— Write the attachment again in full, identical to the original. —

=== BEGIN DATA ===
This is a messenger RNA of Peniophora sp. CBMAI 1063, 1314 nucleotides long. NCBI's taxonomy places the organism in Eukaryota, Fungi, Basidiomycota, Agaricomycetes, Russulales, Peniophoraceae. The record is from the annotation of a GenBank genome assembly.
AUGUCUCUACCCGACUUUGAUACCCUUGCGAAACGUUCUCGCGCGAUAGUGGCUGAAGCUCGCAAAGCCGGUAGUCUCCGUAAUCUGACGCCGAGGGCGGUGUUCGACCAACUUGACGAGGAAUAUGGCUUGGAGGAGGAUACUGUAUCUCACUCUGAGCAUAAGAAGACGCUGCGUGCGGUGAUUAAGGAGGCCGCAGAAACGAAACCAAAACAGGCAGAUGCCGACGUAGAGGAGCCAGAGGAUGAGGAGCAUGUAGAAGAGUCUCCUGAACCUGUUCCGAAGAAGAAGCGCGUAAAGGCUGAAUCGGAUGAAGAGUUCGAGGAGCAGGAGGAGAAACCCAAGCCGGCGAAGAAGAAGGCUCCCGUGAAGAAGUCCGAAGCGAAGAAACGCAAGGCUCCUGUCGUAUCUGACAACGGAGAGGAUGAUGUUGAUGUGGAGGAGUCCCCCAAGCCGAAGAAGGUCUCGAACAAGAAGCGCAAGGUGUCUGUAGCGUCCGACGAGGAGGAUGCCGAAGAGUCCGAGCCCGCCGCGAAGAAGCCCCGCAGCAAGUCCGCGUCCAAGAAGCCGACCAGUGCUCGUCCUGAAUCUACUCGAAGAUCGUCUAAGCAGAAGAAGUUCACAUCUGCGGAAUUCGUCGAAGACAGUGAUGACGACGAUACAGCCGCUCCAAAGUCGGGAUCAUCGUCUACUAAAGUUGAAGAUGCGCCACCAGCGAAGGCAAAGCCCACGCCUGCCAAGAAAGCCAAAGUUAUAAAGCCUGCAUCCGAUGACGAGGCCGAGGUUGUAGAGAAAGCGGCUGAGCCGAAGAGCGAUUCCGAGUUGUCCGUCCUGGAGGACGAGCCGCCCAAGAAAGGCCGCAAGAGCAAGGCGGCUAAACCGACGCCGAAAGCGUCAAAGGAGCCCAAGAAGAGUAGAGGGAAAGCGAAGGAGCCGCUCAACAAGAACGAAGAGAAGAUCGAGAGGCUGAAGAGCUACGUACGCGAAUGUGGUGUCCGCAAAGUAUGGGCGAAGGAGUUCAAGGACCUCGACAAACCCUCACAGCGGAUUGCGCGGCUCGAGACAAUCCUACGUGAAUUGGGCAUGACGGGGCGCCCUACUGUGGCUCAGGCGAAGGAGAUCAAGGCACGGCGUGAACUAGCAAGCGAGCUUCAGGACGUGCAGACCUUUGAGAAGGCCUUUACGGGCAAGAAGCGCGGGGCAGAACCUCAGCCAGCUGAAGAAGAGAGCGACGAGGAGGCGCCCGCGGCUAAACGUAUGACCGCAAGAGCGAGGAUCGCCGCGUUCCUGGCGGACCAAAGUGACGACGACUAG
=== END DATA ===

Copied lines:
This is a messenger RNA of Peniophora sp. CBMAI 1063, 1314 nucleotides long. NCBI's taxonomy places the organism in Eukaryota, Fungi, Basidiomycota, Agaricomycetes, Russulales, Peniophoraceae. The record is from the annotation of a GenBank genome assembly.
AUGUCUCUACCCGACUUUGAUACCCUUGCGAAACGUUCUCGCGCGAUAGUGGCUGAAGCUCGCAAAGCCGGUAGUCUCCGUAAUCUGACGCCGAGGGCGGUGUUCGACCAACUUGACGAGGAAUAUGGCUUGGAGGAGGAUACUGUAUCUCACUCUGAGCAUAAGAAGACGCUGCGUGCGGUGAUUAAGGAGGCCGCAGAAACGAAACCAAAACAGGCAGAUGCCGACGUAGAGGAGCCAGAGGAUGAGGAGCAUGUAGAAGAGUCUCCUGAACCUGUUCCGAAGAAGAAGCGCGUAAAGGCUGAAUCGGAUGAAGAGUUCGAGGAGCAGGAGGAGAAACCCAAGCCGGCGAAGAAGAAGGCUCCCGUGAAGAAGUCCGAAGCGAAGAAACGCAAGGCUCCUGUCGUAUCUGACAACGGAGAGGAUGAUGUUGAUGUGGAGGAGUCCCCCAAGCCGAAGAAGGUCUCGAACAAGAAGCGCAAGGUGUCUGUAGCGUCCGACGAGGAGGAUGCCGAAGAGUCCGAGCCCGCCGCGAAGAAGCCCCGCAGCAAGUCCGCGUCCAAGAAGCCGACCAGUGCUCGUCCUGAAUCUACUCGAAGAUCGUCUAAGCAGAAGAAGUUCACAUCUGCGGAAUUCGUCGAAGACAGUGAUGACGACGAUACAGCCGCUCCAAAGUCGGGAUCAUCGUCUACUAAAGUUGAAGAUGCGCCACCAGCGAAGGCAAAGCCCACGCCUGCCAAGAAAGCCAAAGUUAUAAAGCCUGCAUCCGAUGACGAGGCCGAGGUUGUAGAGAAAGCGGCUGAGCCGAAGAGCGAUUCCGAGUUGUCCGUCCUGGAGGACGAGCCGCCCAAGAAAGGCCGCAAGAGCAAGGCGGCUAAACCGACGCCGAAAGCGUCAAAGGAGCCCAAGAAGAGUAGAGGGAAAGCGAAGGAGCCGCUCAACAAGAACGAAGAGAAGAUCGAGAGGCUGAAGAGCUACGUACGCGAAUGUGGUGUCCGCAAAGUAUGGGCGAAGGAGUUCAAGGACCUCGACAAACCCUCACAGCGGAUUGCGCGGCUCGAGACAAUCCUACGUGAAUUGGGCAUGACGGGGCGCCCUACUGUGGCUCAGGCGAAGGAGAUCAAGGCACGGCGUGAACUAGCAAGCGAGCUUCAGGACGUGCAGACCUUUGAGAAGGCCUUUACGGGCAAGAAGCGCGGGGCAGAACCUCAGCCAGCUGAAGAAGAGAGCGACGAGGAGGCGCCCGCGGCUAAACGUAUGACCGCAAGAGCGAGGAUCGCCGCGUUCCUGGCGGACCAAAGUGACGACGACUAG